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Influence of animal age upon antioxidant-modified UV carcinogenesis

Journal Article:

Abstract

Studies were undertaken to examine the effects of animal age on the anticarcinogenic properties of antioxidants. Female hairless mice, 2.5, 4.5 and 9.5 months of age, were subjected to daily irradiation from Westinghouse BZS-WLG lamps for 19 weeks. Experimental groups of animals were maintained on a commercial rodent meal supplemented with a 2% (w/w) antioxidant mixture. Control groups received only the meal. Tumour latency, expressed as median time to tumor development, was significantly greater for all age groups receiving antioxidants than for their similarly aged controls. However, the response to antioxidants appeared to decrease with age and the antioxidant effect was significantly less in the 9.5 month-old group than in the 2.5 month-old group. Likewise, the two youngest groups receiving antioxidants demonstrated a significantly fewer number of tumors per animal. It is concluded that animal age influences the degree of photoprotection provided by antioxidants. Whether this effect is related to dietary intake, and thus dependent upon resident antioxidant levels, is unknown. Nevertheless, dietary antioxidants provide significant protection in young animals against carcinogenesis induced by radiation of predominantly UVB wavelengths.
Authors:
Black, H S; [1]  McCann, V; [2]  Thornby, J I [3] 
  1. Photobiology Laboratory, Veterans Administration Medical Center, Houston, TX (USA)
  2. Baylor Univ., Houston, TX (USA). Coll. of Medicine
  3. Biostatistics Section, Research Service, Veterans Administration Medical Center, Houston, TX (USA)
Publication Date:
Aug 01, 1982
Product Type:
Journal Article
Reference Number:
AIX-14-717278; EDB-83-036787
Resource Relation:
Journal Name: Photobiochem. Photobiophys.; (Netherlands); Journal Volume: 4:1-2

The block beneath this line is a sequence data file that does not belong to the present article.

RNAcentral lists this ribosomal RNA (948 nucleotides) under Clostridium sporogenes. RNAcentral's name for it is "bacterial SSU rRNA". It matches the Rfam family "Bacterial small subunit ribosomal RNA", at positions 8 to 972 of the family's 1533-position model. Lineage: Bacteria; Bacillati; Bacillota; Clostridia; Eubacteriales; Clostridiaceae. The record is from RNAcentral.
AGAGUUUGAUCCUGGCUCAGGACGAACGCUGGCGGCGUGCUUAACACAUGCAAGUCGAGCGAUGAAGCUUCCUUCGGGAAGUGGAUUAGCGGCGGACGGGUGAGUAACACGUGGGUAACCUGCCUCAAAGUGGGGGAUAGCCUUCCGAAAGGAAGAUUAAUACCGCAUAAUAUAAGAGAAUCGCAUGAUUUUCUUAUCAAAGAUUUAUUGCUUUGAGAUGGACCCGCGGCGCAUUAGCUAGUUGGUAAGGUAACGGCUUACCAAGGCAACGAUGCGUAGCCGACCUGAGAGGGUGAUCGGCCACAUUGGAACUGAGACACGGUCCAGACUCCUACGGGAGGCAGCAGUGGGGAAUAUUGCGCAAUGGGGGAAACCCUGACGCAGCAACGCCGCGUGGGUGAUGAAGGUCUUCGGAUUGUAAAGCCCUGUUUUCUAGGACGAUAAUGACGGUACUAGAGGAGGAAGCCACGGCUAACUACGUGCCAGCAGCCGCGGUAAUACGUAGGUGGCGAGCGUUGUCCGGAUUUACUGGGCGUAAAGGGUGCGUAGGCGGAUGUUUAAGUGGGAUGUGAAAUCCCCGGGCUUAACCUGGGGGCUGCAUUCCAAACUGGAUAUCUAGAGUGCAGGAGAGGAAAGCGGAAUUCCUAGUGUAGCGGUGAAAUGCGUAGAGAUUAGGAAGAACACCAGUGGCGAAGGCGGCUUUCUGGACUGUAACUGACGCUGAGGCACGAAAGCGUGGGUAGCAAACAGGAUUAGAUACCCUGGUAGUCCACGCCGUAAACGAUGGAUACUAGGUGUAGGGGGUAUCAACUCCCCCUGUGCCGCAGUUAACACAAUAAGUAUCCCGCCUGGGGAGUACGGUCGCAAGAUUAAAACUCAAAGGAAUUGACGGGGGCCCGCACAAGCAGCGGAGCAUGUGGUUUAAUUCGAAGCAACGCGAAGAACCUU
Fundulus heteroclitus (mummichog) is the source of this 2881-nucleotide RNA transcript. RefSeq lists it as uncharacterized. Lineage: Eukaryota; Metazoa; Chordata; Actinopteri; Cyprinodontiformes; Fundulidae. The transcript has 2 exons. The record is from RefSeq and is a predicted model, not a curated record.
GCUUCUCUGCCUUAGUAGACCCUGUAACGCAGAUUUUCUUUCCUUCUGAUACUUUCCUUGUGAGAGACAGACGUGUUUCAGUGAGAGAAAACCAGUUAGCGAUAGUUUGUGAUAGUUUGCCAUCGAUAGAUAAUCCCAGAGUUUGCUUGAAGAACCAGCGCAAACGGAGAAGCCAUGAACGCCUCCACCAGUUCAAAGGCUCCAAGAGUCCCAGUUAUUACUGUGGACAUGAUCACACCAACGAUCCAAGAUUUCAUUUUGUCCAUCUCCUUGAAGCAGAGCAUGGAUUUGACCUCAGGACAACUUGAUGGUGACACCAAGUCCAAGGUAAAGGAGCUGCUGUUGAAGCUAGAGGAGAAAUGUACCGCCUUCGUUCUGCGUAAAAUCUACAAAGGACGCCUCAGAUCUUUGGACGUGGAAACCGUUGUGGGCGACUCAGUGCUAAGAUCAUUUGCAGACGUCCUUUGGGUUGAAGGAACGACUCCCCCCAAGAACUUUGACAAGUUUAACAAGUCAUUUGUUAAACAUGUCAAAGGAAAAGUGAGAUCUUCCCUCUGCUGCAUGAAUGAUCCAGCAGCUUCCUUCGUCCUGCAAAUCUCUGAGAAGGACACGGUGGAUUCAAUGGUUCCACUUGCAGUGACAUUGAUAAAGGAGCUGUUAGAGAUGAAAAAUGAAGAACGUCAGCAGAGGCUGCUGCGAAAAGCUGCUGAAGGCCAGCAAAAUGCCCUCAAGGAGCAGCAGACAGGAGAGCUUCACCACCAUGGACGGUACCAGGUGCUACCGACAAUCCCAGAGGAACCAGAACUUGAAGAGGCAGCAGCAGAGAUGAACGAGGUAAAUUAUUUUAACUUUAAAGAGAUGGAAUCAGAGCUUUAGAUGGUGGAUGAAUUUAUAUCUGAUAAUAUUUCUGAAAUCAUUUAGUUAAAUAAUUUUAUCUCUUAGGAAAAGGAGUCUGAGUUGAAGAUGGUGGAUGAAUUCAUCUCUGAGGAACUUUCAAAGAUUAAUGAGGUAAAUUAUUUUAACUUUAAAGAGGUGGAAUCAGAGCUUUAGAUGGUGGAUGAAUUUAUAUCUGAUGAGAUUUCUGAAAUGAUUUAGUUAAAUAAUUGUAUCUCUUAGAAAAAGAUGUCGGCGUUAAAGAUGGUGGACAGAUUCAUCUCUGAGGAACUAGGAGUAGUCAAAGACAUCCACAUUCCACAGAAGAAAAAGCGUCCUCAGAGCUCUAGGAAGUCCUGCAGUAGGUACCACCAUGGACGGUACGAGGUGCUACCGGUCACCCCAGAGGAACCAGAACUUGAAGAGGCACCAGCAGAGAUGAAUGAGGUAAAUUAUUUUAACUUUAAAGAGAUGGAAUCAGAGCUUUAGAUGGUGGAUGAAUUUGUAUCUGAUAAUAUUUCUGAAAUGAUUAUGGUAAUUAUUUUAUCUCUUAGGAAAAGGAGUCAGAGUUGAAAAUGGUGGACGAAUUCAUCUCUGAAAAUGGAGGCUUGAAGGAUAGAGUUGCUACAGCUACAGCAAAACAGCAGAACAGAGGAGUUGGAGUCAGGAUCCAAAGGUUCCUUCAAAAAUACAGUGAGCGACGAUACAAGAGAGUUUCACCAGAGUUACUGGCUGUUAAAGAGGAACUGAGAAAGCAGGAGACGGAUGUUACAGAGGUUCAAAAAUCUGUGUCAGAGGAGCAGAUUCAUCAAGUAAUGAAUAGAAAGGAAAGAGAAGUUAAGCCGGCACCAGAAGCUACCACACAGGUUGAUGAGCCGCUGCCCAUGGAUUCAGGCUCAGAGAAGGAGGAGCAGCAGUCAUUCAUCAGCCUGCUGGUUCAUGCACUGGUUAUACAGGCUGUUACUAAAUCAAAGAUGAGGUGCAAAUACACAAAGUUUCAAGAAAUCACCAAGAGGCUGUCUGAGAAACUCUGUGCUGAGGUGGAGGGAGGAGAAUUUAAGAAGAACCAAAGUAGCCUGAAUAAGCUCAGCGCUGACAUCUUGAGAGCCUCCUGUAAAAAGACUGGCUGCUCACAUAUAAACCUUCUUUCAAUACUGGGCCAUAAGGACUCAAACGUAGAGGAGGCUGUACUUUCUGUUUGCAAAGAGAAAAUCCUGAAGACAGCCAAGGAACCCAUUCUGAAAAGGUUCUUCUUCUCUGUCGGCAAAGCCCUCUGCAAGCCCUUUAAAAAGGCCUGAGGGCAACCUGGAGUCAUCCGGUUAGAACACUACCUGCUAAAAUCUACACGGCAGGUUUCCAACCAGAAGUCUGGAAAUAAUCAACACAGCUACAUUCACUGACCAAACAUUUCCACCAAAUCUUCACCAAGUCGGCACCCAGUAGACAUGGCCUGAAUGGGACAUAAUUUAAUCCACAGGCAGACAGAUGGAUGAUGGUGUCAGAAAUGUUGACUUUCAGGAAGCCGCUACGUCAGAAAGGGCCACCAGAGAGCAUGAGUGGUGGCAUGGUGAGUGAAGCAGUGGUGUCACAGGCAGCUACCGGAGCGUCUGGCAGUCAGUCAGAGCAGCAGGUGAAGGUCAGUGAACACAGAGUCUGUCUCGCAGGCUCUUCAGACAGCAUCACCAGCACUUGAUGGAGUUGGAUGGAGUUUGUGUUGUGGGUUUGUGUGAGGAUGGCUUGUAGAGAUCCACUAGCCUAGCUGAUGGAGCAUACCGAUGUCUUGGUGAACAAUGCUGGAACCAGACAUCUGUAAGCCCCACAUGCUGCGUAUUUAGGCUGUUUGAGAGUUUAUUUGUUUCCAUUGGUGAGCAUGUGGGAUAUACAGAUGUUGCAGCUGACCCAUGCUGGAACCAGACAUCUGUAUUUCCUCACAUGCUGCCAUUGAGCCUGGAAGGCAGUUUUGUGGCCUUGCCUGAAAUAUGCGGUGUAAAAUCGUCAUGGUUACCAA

Subject:
63 RADIATION, THERMAL, AND OTHER ENVIRON. POLLUTANT EFFECTS ON LIVING ORGS. AND BIOL. MAT.; ANTIOXIDANTS; RADIOSENSITIVITY EFFECTS; CARCINOGENESIS; AGE DEPENDENCE; ULTRAVIOLET RADIATION; AGE GROUPS; BIOLOGICAL RADIATION EFFECTS; LIVER; MICE; ORAL ADMINISTRATION; RESPONSE MODIFYING FACTORS; ANIMALS; BIOLOGICAL EFFECTS; BODY; DIGESTIVE SYSTEM; ELECTROMAGNETIC RADIATION; GLANDS; MAMMALS; ORGANS; PATHOGENESIS; RADIATION EFFECTS; RADIATIONS; RODENTS; VERTEBRATES; 560152* - Radiation Effects on Animals- Animals
OSTI ID:
6579571
Country of Origin:
Netherlands
Language:
English
Other Identifying Numbers:
Journal ID: CODEN: PHOPD
Submitting Site:
HEDB
Size:
Pages: 107-118
Announcement Date:
Jan 01, 1983

Journal Article:

Citation Formats

Black, H S, McCann, V, and Thornby, J I. Influence of animal age upon antioxidant-modified UV carcinogenesis. Netherlands: N. p., 1982. Web.
Black, H S, McCann, V, & Thornby, J I. Influence of animal age upon antioxidant-modified UV carcinogenesis. Netherlands.
Black, H S, McCann, V, and Thornby, J I. 1982. "Influence of animal age upon antioxidant-modified UV carcinogenesis." Netherlands.
@misc{etde_6579571,
title = {Influence of animal age upon antioxidant-modified UV carcinogenesis}
author = {Black, H S, McCann, V, and Thornby, J I}
abstractNote = {Studies were undertaken to examine the effects of animal age on the anticarcinogenic properties of antioxidants. Female hairless mice, 2.5, 4.5 and 9.5 months of age, were subjected to daily irradiation from Westinghouse BZS-WLG lamps for 19 weeks. Experimental groups of animals were maintained on a commercial rodent meal supplemented with a 2% (w/w) antioxidant mixture. Control groups received only the meal. Tumour latency, expressed as median time to tumor development, was significantly greater for all age groups receiving antioxidants than for their similarly aged controls. However, the response to antioxidants appeared to decrease with age and the antioxidant effect was significantly less in the 9.5 month-old group than in the 2.5 month-old group. Likewise, the two youngest groups receiving antioxidants demonstrated a significantly fewer number of tumors per animal. It is concluded that animal age influences the degree of photoprotection provided by antioxidants. Whether this effect is related to dietary intake, and thus dependent upon resident antioxidant levels, is unknown. Nevertheless, dietary antioxidants provide significant protection in young animals against carcinogenesis induced by radiation of predominantly UVB wavelengths.}
journal = {Photobiochem. Photobiophys.; (Netherlands)}
volume = {4:1-2}
journal type = {AC}
place = {Netherlands}
year = {1982}
month = {Aug}
}